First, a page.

Another day in London and another new beer bar. Both new to me and E and new(ish) overall. Fortunately, unlike some of the new bars which involve tortuous journeys across London by bus - trying but interesting - Tap East is relatively quick and easy for us. A quick stroll to Tower Gateway, a change at Canning Town to Stratford International DLR, pass the new Olympic Stadium and that odd piece of sculpture and you are dropped more or less at the door. Good old Docklands Light Railway, though the TFL site tried to send us by bus, ferry, pony express and camel train, and by an entirely different and wholly inappropriate route. But I digress.
The Westfield Shopping Centre (or is it Mall?) is the destination. Out there in Olympic Land. Hop off the DLR, pass the Olympic athlete's village, go through the airport like ticket hall, look right and there it is. All glass fronted, wide open to the shopping centre (more of that later) and looking like a cross between Costa Coffee and an American Brew pub is Tap East. An L shaped bar, tables and stools, nice chairs and sofas, big windows. It is roomier than you'd think too and pleasantly laid out. Of course beer is the attraction but not being a geek, I didn't count the fonts for keg beer, nor the handpumps, but there was certainly enough to go at and my choice of cask beer included two from the brew pub, Thornbridge Kipling and Dark Star American Pale. I started with the Tap East Pale Ale (I think). Deeply bitter, with a good malt backbone, this was am enjoyable beer which perhaps needs a lighter more floral or tropical finishing hop adding, but was very drinkable indeed. Thornbridge Kipling followed and was in great nick. All it needed was a sparkler to make it perfect. There was of course, being an Utobeer outlet, a large array of bottled delicacies too.
On a Saturday afternoon the pub was pleasantly busy. Being in a shopping centre, there is a natural degree of transience about the customers. People come and go, but that isn't an issue to me, as this aids people watching, a prime pub pastime. Downsides? Well yes. Being open to the shopping mall on one side, makes the bar feel more airport like than perhaps a dividing wall otherwise would. Being a bit more separate would also aid its identity hugely in my view. The other downside is the mall's musak, which is piped in at a volume that makes it impossible to tune out for long. The usual Christmas songs (on a one hour loop) must drive the staff to the point of distraction and certainly provide a degree of irritation for the customer.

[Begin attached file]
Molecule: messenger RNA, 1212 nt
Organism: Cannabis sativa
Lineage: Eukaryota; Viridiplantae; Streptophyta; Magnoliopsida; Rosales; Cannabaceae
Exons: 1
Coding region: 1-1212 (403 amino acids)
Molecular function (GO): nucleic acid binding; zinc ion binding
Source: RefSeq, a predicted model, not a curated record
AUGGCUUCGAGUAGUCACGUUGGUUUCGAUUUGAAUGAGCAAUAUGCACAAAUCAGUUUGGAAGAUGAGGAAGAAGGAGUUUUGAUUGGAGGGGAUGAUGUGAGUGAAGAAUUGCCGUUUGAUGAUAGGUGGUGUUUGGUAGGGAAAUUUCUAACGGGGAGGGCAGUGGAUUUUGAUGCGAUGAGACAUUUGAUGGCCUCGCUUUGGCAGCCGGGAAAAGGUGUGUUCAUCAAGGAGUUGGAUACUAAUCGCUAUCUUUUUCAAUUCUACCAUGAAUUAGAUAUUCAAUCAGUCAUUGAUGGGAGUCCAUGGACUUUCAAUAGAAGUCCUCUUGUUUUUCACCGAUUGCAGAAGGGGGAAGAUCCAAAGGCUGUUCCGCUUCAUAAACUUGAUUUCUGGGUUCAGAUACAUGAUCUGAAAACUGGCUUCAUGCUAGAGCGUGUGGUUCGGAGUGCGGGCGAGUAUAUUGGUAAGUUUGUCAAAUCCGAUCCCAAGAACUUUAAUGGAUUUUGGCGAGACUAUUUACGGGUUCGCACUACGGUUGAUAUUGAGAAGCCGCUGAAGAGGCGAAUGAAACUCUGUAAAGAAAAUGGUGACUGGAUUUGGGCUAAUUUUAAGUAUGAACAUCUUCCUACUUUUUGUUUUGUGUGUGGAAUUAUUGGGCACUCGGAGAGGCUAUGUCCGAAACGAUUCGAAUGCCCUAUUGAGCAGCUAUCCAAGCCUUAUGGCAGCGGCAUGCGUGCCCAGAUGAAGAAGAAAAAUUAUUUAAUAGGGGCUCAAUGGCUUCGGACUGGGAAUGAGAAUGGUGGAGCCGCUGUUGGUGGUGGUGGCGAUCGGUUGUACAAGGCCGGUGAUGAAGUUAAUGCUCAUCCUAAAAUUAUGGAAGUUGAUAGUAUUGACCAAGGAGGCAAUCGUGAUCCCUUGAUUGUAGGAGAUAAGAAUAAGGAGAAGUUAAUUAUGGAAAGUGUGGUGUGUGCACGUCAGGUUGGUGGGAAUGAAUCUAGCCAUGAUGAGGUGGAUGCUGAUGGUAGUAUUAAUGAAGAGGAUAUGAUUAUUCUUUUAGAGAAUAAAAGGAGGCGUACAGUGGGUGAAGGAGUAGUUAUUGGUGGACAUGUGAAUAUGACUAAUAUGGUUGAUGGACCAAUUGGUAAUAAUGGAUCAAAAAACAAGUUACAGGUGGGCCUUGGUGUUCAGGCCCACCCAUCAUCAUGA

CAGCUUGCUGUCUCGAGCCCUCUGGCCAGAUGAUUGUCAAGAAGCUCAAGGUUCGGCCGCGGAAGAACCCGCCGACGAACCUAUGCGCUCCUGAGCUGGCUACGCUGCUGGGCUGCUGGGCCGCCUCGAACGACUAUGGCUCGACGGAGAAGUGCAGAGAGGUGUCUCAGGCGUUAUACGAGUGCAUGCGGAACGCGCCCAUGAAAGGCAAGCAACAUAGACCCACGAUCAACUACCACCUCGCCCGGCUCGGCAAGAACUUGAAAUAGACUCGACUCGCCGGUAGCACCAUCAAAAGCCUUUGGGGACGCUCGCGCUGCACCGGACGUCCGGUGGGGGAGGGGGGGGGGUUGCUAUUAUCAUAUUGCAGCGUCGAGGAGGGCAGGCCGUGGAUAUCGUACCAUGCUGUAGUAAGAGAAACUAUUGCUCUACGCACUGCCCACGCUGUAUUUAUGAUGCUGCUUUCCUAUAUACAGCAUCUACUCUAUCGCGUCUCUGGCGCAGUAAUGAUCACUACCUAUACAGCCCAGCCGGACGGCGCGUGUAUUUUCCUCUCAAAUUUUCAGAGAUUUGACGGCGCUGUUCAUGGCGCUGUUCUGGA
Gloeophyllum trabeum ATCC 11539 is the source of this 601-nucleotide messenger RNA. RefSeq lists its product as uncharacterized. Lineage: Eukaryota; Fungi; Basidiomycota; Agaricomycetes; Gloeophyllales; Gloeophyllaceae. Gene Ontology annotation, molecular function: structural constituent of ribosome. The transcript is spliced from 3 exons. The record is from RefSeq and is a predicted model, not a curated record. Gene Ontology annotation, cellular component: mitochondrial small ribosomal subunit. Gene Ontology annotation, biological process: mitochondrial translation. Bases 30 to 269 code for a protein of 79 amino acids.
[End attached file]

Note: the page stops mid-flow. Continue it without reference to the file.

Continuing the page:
Service was quick and friendly and despite the fact that we sat with manager Glyn, looking around, it was just as good for everyone. We ate too; a doorstep sandwich for E and a superb pork pie from Borough Market for me. Just the type of thing you need from a pub in my view, being something substantial enough to blot up some beer without being stuffed. Glyn brought me a sample of the stout too, but this to my mind needed more work , being brown and not roasty at all. Talking of the brewery, this is clearly visible from the inside of the pub and is satisfyingly shiny.
Overall Tap East is a pleasant place to be in, has a great choice of good quality beer (no warm, flabby cask here), is well run with pleasant staff and very handy for Waitrose and the DLR. What's not to like? Get along there and try it. We'll certainly be back.
Top Tip: Avoid Westfield Shopping Centre by using the DLR. It seems the tube involves hoofing through the mall.
A bit of a CV. Tandleman is a veteran beer lover, local CAMRA Chairman and activist, beer writer, beer reviewer and pursuer of all things good in beer. He lives in the North West of England and London. Despite his CAMRA membership, he does not limit himself to cask conditioned beer, though he believes that cask conditioning, when done correctly and appropriately, brings a quality to beer that is hard to equal by any other kind of presentation. He is a strong supporter of Northern methods of beer dispense and avidly detests poorly presented beer and dislikes pasteurisation. He regularly visits Germany, has conducted corporate British and German beer tastings for CAMRA at the Great British Beer Festival where he has worked for years on Biere Sans Frontieres and was Deputy Organiser at CAMRA's very successful National Winter Ales Festival in 2009, 2010, 2011 and 2012 and at the Manchester Beer and Cider Festival from 2013 to date. He admires good brewers wherever they are and has travelled extensively in pursuit of good beer to drink. He also judges beer at both the International Beer Challenge and the World Beer Awards.
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